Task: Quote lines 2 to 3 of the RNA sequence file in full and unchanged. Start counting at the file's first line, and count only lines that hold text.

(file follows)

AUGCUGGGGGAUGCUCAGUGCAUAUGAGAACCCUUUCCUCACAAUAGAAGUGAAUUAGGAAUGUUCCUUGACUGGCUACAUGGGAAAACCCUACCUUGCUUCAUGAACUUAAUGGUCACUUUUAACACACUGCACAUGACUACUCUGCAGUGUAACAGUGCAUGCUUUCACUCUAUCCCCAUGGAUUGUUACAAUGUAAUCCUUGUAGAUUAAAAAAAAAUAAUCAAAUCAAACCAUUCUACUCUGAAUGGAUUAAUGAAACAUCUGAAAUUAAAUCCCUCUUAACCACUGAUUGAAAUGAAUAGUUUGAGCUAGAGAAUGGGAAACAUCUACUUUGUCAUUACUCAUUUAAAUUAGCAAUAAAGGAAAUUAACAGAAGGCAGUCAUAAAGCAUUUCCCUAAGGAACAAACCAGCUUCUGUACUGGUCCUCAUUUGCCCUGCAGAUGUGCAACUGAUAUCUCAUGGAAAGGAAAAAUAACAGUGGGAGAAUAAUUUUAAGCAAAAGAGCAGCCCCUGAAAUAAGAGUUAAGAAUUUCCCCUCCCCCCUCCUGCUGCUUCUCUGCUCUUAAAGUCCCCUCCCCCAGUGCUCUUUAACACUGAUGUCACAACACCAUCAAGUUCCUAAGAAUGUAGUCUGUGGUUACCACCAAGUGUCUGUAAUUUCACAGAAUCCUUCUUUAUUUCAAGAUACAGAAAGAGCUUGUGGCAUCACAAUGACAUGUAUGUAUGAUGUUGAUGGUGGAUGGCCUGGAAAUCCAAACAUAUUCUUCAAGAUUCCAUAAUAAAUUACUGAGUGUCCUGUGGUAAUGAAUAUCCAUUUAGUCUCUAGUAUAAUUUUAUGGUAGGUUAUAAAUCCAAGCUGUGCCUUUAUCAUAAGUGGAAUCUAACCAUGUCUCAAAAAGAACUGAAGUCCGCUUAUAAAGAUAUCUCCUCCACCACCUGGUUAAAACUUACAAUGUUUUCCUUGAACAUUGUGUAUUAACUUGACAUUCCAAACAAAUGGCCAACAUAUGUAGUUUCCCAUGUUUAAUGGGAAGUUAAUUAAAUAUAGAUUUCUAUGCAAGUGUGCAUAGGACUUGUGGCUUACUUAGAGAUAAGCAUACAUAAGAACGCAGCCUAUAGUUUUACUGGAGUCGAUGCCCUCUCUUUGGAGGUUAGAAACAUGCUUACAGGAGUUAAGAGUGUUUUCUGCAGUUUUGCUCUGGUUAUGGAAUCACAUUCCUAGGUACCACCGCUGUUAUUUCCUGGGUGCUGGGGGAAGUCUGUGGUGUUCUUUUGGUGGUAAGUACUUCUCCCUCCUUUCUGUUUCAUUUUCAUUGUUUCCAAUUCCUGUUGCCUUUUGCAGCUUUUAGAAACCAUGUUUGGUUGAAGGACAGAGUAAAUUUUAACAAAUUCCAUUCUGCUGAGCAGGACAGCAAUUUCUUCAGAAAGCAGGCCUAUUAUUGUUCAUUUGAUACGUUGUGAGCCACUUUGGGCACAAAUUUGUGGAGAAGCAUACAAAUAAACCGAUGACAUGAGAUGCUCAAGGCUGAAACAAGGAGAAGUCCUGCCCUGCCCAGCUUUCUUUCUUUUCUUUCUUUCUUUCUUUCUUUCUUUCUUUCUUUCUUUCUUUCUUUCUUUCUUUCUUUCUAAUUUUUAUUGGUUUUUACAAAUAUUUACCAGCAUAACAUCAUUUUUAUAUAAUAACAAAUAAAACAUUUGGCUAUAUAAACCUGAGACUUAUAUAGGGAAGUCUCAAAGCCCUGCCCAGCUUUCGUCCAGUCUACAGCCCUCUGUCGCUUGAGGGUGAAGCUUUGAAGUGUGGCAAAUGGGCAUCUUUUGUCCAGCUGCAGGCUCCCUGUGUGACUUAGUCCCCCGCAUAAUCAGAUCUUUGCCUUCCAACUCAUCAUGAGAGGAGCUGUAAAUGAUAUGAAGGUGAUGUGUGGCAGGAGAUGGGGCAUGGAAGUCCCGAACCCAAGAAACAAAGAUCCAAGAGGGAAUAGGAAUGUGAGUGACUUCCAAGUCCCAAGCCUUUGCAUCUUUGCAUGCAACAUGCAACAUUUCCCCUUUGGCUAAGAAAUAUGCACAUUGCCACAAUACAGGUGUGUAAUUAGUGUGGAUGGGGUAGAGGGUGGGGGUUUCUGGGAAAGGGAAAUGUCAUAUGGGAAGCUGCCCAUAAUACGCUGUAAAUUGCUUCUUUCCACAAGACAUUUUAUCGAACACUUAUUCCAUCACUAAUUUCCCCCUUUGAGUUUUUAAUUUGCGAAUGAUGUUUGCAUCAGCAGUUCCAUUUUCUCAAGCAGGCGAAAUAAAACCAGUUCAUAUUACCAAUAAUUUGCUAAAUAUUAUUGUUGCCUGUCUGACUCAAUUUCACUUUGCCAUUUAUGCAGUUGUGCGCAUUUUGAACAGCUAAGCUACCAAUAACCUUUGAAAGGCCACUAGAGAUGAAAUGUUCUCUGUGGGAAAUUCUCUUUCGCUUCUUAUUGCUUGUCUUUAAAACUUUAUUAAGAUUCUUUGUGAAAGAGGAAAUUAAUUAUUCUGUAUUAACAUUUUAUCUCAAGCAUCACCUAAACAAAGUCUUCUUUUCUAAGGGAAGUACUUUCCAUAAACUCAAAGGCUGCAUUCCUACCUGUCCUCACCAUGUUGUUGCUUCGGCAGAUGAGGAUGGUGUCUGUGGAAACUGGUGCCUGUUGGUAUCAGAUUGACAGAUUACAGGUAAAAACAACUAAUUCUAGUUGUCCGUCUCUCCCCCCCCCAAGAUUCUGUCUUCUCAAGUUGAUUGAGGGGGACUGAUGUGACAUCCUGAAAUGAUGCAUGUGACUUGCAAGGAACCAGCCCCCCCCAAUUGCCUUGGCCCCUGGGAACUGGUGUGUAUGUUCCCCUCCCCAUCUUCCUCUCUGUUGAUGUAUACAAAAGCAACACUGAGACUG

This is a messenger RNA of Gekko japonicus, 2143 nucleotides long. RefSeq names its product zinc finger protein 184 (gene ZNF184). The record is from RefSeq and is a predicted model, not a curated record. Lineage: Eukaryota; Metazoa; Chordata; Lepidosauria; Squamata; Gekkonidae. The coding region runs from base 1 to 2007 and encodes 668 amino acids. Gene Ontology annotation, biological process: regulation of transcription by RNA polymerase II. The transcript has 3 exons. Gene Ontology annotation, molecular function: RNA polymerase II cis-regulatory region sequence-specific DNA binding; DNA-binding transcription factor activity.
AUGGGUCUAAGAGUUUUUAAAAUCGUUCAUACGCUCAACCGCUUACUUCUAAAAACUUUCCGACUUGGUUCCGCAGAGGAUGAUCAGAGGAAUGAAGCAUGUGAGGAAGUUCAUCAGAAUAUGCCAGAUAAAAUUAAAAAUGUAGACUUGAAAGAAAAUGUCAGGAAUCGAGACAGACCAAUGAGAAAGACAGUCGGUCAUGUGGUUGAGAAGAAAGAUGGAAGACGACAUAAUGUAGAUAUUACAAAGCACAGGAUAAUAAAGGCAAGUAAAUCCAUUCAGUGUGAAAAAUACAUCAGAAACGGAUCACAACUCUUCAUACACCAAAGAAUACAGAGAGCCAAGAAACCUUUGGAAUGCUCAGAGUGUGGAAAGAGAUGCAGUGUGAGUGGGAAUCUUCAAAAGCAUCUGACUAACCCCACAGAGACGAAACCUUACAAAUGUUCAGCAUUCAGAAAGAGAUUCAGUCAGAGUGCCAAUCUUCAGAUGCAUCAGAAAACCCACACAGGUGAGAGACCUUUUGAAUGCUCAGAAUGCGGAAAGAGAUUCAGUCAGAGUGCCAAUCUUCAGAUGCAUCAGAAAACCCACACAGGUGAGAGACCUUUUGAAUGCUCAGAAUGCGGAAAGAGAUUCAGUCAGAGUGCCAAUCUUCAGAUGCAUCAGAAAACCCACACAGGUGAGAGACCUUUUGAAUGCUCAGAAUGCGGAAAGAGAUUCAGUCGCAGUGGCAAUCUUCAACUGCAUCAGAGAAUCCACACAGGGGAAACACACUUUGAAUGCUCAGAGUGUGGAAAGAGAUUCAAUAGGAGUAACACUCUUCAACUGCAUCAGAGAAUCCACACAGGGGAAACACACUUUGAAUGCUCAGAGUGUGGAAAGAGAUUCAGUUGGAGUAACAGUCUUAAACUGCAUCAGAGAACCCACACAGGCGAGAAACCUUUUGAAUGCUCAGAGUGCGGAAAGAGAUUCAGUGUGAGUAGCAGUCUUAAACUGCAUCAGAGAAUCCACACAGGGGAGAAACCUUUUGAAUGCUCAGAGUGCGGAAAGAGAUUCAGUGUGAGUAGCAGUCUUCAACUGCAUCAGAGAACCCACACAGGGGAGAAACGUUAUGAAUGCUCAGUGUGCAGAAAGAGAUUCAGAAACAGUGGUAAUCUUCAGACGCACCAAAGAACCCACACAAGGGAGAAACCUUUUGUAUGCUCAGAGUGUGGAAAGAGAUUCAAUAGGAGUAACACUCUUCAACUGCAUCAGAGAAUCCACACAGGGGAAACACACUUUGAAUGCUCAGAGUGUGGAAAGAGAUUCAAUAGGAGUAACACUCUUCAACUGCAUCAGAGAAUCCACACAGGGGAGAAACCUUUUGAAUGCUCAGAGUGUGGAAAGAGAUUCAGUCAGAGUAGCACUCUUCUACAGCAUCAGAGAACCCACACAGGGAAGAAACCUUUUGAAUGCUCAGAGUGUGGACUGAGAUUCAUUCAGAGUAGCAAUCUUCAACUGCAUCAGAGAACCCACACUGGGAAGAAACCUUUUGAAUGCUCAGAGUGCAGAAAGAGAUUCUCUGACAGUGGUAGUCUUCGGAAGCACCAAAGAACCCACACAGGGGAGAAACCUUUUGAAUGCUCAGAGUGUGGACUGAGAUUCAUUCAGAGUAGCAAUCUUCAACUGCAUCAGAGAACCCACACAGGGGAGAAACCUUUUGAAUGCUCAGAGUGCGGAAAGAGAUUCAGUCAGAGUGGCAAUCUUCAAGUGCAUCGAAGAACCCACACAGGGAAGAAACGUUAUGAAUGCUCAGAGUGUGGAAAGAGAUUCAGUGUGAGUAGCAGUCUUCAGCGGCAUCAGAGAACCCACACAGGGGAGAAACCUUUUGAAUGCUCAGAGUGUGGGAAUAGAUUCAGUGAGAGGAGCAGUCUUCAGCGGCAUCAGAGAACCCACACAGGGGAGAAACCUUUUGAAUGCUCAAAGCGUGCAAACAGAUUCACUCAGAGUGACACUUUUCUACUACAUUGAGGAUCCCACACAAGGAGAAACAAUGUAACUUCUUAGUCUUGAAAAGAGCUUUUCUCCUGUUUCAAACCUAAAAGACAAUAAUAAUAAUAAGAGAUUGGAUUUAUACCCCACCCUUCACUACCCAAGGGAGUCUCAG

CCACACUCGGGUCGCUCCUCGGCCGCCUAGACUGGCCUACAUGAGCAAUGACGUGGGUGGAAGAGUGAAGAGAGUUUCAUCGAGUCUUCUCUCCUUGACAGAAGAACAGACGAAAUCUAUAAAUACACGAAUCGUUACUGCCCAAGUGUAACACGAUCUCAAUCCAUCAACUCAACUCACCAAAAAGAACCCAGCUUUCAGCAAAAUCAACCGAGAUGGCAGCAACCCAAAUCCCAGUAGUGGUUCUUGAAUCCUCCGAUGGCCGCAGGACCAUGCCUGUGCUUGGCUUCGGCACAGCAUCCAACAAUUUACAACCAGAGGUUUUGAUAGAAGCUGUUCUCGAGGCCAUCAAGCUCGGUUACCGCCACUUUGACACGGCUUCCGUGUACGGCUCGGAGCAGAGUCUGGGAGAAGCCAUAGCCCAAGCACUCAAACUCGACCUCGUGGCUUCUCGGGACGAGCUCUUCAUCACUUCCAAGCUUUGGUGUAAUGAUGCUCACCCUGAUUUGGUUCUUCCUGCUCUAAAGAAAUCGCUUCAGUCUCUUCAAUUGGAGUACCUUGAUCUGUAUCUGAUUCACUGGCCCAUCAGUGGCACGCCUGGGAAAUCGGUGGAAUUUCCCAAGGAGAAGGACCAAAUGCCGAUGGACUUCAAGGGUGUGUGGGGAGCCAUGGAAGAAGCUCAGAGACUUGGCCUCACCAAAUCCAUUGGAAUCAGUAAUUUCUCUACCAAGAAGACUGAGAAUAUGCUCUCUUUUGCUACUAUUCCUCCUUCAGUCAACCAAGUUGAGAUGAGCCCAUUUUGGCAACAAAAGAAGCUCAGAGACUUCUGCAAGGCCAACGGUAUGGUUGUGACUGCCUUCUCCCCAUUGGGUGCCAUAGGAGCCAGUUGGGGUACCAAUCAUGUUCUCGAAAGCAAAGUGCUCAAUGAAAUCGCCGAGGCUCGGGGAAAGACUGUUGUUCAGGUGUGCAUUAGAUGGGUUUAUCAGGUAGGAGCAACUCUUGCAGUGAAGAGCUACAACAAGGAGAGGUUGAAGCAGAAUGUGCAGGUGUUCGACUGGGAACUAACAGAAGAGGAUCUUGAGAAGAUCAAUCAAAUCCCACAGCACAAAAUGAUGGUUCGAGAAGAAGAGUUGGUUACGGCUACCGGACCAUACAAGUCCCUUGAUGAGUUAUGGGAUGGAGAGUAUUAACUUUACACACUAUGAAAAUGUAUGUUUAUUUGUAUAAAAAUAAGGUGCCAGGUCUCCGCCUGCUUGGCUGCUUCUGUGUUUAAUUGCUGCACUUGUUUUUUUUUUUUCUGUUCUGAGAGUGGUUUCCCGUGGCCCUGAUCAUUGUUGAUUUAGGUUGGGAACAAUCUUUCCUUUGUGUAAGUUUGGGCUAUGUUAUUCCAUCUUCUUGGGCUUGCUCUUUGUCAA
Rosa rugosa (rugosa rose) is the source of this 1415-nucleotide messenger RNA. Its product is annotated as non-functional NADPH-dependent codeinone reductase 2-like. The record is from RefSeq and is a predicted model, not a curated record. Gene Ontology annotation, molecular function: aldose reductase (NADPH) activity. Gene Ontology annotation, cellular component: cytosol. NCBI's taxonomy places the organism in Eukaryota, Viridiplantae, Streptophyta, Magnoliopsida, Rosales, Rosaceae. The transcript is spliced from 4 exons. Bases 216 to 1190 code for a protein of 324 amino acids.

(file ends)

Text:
This is a messenger RNA of Gekko japonicus, 2143 nucleotides long. RefSeq names its product zinc finger protein 184 (gene ZNF184). The record is from RefSeq and is a predicted model, not a curated record. Lineage: Eukaryota; Metazoa; Chordata; Lepidosauria; Squamata; Gekkonidae. The coding region runs from base 1 to 2007 and encodes 668 amino acids. Gene Ontology annotation, biological process: regulation of transcription by RNA polymerase II. The transcript has 3 exons. Gene Ontology annotation, molecular function: RNA polymerase II cis-regulatory region sequence-specific DNA binding; DNA-binding transcription factor activity.
AUGGGUCUAAGAGUUUUUAAAAUCGUUCAUACGCUCAACCGCUUACUUCUAAAAACUUUCCGACUUGGUUCCGCAGAGGAUGAUCAGAGGAAUGAAGCAUGUGAGGAAGUUCAUCAGAAUAUGCCAGAUAAAAUUAAAAAUGUAGACUUGAAAGAAAAUGUCAGGAAUCGAGACAGACCAAUGAGAAAGACAGUCGGUCAUGUGGUUGAGAAGAAAGAUGGAAGACGACAUAAUGUAGAUAUUACAAAGCACAGGAUAAUAAAGGCAAGUAAAUCCAUUCAGUGUGAAAAAUACAUCAGAAACGGAUCACAACUCUUCAUACACCAAAGAAUACAGAGAGCCAAGAAACCUUUGGAAUGCUCAGAGUGUGGAAAGAGAUGCAGUGUGAGUGGGAAUCUUCAAAAGCAUCUGACUAACCCCACAGAGACGAAACCUUACAAAUGUUCAGCAUUCAGAAAGAGAUUCAGUCAGAGUGCCAAUCUUCAGAUGCAUCAGAAAACCCACACAGGUGAGAGACCUUUUGAAUGCUCAGAAUGCGGAAAGAGAUUCAGUCAGAGUGCCAAUCUUCAGAUGCAUCAGAAAACCCACACAGGUGAGAGACCUUUUGAAUGCUCAGAAUGCGGAAAGAGAUUCAGUCAGAGUGCCAAUCUUCAGAUGCAUCAGAAAACCCACACAGGUGAGAGACCUUUUGAAUGCUCAGAAUGCGGAAAGAGAUUCAGUCGCAGUGGCAAUCUUCAACUGCAUCAGAGAAUCCACACAGGGGAAACACACUUUGAAUGCUCAGAGUGUGGAAAGAGAUUCAAUAGGAGUAACACUCUUCAACUGCAUCAGAGAAUCCACACAGGGGAAACACACUUUGAAUGCUCAGAGUGUGGAAAGAGAUUCAGUUGGAGUAACAGUCUUAAACUGCAUCAGAGAACCCACACAGGCGAGAAACCUUUUGAAUGCUCAGAGUGCGGAAAGAGAUUCAGUGUGAGUAGCAGUCUUAAACUGCAUCAGAGAAUCCACACAGGGGAGAAACCUUUUGAAUGCUCAGAGUGCGGAAAGAGAUUCAGUGUGAGUAGCAGUCUUCAACUGCAUCAGAGAACCCACACAGGGGAGAAACGUUAUGAAUGCUCAGUGUGCAGAAAGAGAUUCAGAAACAGUGGUAAUCUUCAGACGCACCAAAGAACCCACACAAGGGAGAAACCUUUUGUAUGCUCAGAGUGUGGAAAGAGAUUCAAUAGGAGUAACACUCUUCAACUGCAUCAGAGAAUCCACACAGGGGAAACACACUUUGAAUGCUCAGAGUGUGGAAAGAGAUUCAAUAGGAGUAACACUCUUCAACUGCAUCAGAGAAUCCACACAGGGGAGAAACCUUUUGAAUGCUCAGAGUGUGGAAAGAGAUUCAGUCAGAGUAGCACUCUUCUACAGCAUCAGAGAACCCACACAGGGAAGAAACCUUUUGAAUGCUCAGAGUGUGGACUGAGAUUCAUUCAGAGUAGCAAUCUUCAACUGCAUCAGAGAACCCACACUGGGAAGAAACCUUUUGAAUGCUCAGAGUGCAGAAAGAGAUUCUCUGACAGUGGUAGUCUUCGGAAGCACCAAAGAACCCACACAGGGGAGAAACCUUUUGAAUGCUCAGAGUGUGGACUGAGAUUCAUUCAGAGUAGCAAUCUUCAACUGCAUCAGAGAACCCACACAGGGGAGAAACCUUUUGAAUGCUCAGAGUGCGGAAAGAGAUUCAGUCAGAGUGGCAAUCUUCAAGUGCAUCGAAGAACCCACACAGGGAAGAAACGUUAUGAAUGCUCAGAGUGUGGAAAGAGAUUCAGUGUGAGUAGCAGUCUUCAGCGGCAUCAGAGAACCCACACAGGGGAGAAACCUUUUGAAUGCUCAGAGUGUGGGAAUAGAUUCAGUGAGAGGAGCAGUCUUCAGCGGCAUCAGAGAACCCACACAGGGGAGAAACCUUUUGAAUGCUCAAAGCGUGCAAACAGAUUCACUCAGAGUGACACUUUUCUACUACAUUGAGGAUCCCACACAAGGAGAAACAAUGUAACUUCUUAGUCUUGAAAAGAGCUUUUCUCCUGUUUCAAACCUAAAAGACAAUAAUAAUAAUAAGAGAUUGGAUUUAUACCCCACCCUUCACUACCCAAGGGAGUCUCAG